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By Colin Doyle, APRN
Vein issues do not affect your heart health, but it’s important to recognize that a heart condition may make vein problems worse. If you suffer from a heart problem, you need to find out why your leg veins may be at risk for getting much worse.
February has been declared national heart health awareness month, providing an opportunity to discuss questions regarding cardiovascular disease and heart health. With this in mind, individuals diagnosed with vein disease are often concerned about possible cardiac implications. This concern stems from the condition's pathology, which involves the breakdown of valves and the dilation of blood vessels, both of which reduce blood flow back to the heart and cause a pooling of blood in the lower extremities.
With venous insufficiency, the stress placed upon valves of veins is a result of gravitational pressure. Gravitational pressure is essentially neutral at the diaphragm (a large muscular partition at the base of the lungs). This pressure increases from that point to the foot. Luckily, the heart is just above the diaphragm, so gravity places no pressure on its valves.
Venous insufficiency is a chronic condition and the pooling of blood can result in increased pressure in the veins of the legs. This can cause discomfort that is often described as an ache, heavy pressure or cramping. The pressure can also cause the veins in the legs to bulge. Fluid that should be in the veins can leak into the surrounding tissue where it can cause swelling, color variations and texture changes in the skin, and eventually even skin breakdown. The condition is chronic and occurs over time. The body accommodates for pooling of blood and plasma in the legs.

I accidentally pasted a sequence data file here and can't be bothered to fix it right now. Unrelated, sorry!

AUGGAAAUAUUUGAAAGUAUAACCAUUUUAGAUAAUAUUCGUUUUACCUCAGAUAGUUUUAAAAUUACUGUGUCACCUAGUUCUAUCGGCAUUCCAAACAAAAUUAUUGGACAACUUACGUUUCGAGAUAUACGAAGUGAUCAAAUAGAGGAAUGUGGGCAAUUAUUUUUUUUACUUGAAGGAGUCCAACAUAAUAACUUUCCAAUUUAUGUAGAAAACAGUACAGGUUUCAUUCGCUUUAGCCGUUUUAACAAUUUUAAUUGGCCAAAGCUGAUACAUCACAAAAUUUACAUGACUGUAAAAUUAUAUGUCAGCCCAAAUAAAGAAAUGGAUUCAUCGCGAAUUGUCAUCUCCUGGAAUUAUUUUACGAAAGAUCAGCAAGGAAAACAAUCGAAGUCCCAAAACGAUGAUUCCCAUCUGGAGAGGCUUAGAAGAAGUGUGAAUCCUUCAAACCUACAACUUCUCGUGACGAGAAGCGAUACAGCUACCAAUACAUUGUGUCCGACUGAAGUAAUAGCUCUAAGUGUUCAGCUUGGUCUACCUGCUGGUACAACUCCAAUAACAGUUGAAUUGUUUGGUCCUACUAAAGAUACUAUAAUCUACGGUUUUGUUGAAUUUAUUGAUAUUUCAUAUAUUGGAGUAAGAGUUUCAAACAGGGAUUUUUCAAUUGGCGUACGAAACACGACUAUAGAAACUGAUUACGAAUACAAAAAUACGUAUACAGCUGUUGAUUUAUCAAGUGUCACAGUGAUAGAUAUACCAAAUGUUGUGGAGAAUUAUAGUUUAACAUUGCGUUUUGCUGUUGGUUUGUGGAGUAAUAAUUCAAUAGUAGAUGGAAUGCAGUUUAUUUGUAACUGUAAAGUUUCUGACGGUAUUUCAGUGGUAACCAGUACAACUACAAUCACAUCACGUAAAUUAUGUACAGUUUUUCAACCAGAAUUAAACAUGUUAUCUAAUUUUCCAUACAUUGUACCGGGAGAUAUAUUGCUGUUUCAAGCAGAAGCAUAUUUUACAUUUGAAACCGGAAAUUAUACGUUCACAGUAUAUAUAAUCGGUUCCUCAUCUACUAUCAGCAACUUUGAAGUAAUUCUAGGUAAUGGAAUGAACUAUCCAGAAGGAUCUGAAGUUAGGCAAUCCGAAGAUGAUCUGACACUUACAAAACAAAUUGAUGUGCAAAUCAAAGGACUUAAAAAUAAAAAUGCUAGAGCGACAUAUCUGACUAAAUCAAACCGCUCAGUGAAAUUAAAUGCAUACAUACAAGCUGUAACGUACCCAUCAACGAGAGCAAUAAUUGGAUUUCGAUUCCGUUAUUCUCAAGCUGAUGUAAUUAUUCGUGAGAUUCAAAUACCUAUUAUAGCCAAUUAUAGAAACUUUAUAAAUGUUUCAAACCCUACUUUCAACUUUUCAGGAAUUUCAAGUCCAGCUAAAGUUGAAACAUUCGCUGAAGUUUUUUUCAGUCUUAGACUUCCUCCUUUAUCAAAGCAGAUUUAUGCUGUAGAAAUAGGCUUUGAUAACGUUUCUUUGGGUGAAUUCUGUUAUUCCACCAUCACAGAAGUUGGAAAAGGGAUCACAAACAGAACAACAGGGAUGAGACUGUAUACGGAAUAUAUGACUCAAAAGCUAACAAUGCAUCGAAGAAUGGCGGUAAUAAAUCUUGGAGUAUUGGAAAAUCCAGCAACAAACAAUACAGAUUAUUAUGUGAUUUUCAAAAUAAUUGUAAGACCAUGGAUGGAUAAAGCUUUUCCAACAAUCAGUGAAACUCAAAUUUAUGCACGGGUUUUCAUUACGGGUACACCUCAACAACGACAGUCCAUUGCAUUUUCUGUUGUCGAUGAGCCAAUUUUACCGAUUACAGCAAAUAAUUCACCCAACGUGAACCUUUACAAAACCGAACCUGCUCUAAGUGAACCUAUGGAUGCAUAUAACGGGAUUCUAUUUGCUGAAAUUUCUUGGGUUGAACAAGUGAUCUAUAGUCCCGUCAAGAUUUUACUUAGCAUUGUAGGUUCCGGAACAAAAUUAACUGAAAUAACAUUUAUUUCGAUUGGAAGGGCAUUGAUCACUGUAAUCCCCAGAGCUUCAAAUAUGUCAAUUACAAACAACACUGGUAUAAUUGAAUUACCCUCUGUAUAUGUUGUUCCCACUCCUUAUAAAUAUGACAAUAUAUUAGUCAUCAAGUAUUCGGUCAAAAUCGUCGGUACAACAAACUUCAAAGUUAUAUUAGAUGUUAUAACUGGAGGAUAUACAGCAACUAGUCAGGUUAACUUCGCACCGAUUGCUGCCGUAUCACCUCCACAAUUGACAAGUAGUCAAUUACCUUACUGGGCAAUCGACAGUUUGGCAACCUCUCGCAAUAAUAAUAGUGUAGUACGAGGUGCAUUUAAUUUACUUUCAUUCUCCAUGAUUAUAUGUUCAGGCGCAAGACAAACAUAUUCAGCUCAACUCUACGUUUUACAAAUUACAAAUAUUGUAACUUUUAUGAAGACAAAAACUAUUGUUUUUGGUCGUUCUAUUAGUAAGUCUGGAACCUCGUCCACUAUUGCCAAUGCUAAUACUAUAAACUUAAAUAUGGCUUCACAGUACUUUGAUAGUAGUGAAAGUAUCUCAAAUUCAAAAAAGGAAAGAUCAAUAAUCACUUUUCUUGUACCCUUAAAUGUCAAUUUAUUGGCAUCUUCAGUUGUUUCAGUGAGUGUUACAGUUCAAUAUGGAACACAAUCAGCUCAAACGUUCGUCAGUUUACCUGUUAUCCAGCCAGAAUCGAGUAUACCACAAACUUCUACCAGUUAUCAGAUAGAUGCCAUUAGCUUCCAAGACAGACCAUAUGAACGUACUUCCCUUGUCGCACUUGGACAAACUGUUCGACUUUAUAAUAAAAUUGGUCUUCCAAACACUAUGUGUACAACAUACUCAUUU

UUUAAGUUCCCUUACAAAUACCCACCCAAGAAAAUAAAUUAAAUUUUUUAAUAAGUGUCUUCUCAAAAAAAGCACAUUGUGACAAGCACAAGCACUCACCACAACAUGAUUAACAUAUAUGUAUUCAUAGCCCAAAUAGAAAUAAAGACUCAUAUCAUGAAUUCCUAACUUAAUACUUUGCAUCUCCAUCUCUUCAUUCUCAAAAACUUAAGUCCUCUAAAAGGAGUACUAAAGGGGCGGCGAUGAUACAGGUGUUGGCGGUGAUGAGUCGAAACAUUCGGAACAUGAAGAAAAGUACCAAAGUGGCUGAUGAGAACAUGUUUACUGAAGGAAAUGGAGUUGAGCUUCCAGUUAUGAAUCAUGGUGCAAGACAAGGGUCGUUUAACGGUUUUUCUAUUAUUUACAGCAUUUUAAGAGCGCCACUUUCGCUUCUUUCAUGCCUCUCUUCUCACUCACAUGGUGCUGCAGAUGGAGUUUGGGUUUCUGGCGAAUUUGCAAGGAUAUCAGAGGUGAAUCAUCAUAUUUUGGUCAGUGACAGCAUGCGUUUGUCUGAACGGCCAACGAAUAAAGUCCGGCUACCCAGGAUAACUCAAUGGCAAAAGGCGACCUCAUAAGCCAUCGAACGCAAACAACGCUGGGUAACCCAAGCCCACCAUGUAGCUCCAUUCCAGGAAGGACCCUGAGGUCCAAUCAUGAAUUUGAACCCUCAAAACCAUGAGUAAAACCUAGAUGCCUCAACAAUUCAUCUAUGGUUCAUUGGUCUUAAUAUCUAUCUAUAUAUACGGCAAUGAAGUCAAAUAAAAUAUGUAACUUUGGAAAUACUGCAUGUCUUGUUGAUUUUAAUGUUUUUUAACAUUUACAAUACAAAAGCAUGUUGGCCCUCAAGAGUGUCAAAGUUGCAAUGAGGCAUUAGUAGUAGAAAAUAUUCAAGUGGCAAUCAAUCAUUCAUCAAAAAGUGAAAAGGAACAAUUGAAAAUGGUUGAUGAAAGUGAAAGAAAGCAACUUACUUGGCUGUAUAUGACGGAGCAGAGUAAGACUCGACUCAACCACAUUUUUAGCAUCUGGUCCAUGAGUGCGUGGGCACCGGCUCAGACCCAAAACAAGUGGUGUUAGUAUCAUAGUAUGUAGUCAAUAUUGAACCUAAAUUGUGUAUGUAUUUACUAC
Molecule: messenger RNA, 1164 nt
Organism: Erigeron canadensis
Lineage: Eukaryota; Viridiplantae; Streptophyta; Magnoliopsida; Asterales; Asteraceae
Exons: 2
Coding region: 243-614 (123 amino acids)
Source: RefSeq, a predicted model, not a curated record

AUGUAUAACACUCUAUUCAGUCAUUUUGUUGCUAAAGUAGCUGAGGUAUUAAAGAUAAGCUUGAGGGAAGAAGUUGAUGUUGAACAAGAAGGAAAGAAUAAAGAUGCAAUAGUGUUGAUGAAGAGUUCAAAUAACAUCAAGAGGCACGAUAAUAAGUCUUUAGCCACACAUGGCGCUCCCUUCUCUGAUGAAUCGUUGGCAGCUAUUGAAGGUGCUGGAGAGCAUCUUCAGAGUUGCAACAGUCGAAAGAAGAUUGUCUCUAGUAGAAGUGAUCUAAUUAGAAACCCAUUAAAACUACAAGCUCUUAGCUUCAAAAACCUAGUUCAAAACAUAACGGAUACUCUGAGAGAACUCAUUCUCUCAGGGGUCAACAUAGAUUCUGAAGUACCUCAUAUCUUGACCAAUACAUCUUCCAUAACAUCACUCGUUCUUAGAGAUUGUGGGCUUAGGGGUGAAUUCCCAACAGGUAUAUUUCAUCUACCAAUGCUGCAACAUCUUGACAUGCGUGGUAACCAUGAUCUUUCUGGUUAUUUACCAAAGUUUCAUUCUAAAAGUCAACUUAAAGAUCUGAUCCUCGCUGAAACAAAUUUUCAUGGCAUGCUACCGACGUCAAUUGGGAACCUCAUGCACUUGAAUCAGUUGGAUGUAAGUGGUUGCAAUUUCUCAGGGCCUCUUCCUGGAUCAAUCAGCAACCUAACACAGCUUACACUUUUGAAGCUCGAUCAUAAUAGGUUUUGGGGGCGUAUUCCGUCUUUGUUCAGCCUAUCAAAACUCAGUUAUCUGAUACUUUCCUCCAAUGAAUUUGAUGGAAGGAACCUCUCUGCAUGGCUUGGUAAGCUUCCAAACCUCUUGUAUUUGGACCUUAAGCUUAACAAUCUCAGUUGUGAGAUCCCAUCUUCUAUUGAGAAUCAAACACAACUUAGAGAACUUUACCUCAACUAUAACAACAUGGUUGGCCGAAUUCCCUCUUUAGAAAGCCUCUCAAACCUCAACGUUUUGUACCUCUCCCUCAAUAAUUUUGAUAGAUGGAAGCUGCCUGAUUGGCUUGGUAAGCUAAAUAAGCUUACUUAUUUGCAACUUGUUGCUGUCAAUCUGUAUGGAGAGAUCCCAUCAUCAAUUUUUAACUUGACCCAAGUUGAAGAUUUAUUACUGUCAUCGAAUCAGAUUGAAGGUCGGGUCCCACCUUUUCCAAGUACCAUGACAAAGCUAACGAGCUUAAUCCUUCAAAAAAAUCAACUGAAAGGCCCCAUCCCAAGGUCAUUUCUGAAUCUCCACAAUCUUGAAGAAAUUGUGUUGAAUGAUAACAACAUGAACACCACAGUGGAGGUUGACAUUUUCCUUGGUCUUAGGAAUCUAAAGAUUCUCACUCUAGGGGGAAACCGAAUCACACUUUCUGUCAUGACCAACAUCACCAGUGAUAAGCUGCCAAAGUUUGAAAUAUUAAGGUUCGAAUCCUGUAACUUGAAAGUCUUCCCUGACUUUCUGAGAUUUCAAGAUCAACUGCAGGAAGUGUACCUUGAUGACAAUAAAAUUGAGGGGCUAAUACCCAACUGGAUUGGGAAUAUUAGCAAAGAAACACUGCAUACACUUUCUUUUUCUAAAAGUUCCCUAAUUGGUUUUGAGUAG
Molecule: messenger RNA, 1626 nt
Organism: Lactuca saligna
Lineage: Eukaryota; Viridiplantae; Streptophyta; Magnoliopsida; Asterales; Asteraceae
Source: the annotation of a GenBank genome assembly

On the other hand, existing heart problems, especially congestive heart failure, can make vein problems in the legs much worse depending on the degree of the heart issue. A heart that isn't squeezing effectively can cause massive back pressure in the veins of the legs to the extent that fluid is pushed across the vein walls into the tissue, resulting in massive swelling of the legs.
This cardiac condition can be treated in several ways. All of these treatments need to be carefully supervised to ensure that further problems don't arise and the patient’s ease of breather has been monitored. This is best done by a cardiologist. While the cardiologist is the person to follow heart functions and pumping efficiency, a vascular or general surgeon specializing in venous therapy is the best person to monitor leg therapy with compression and treatment of the underlying venous disorder.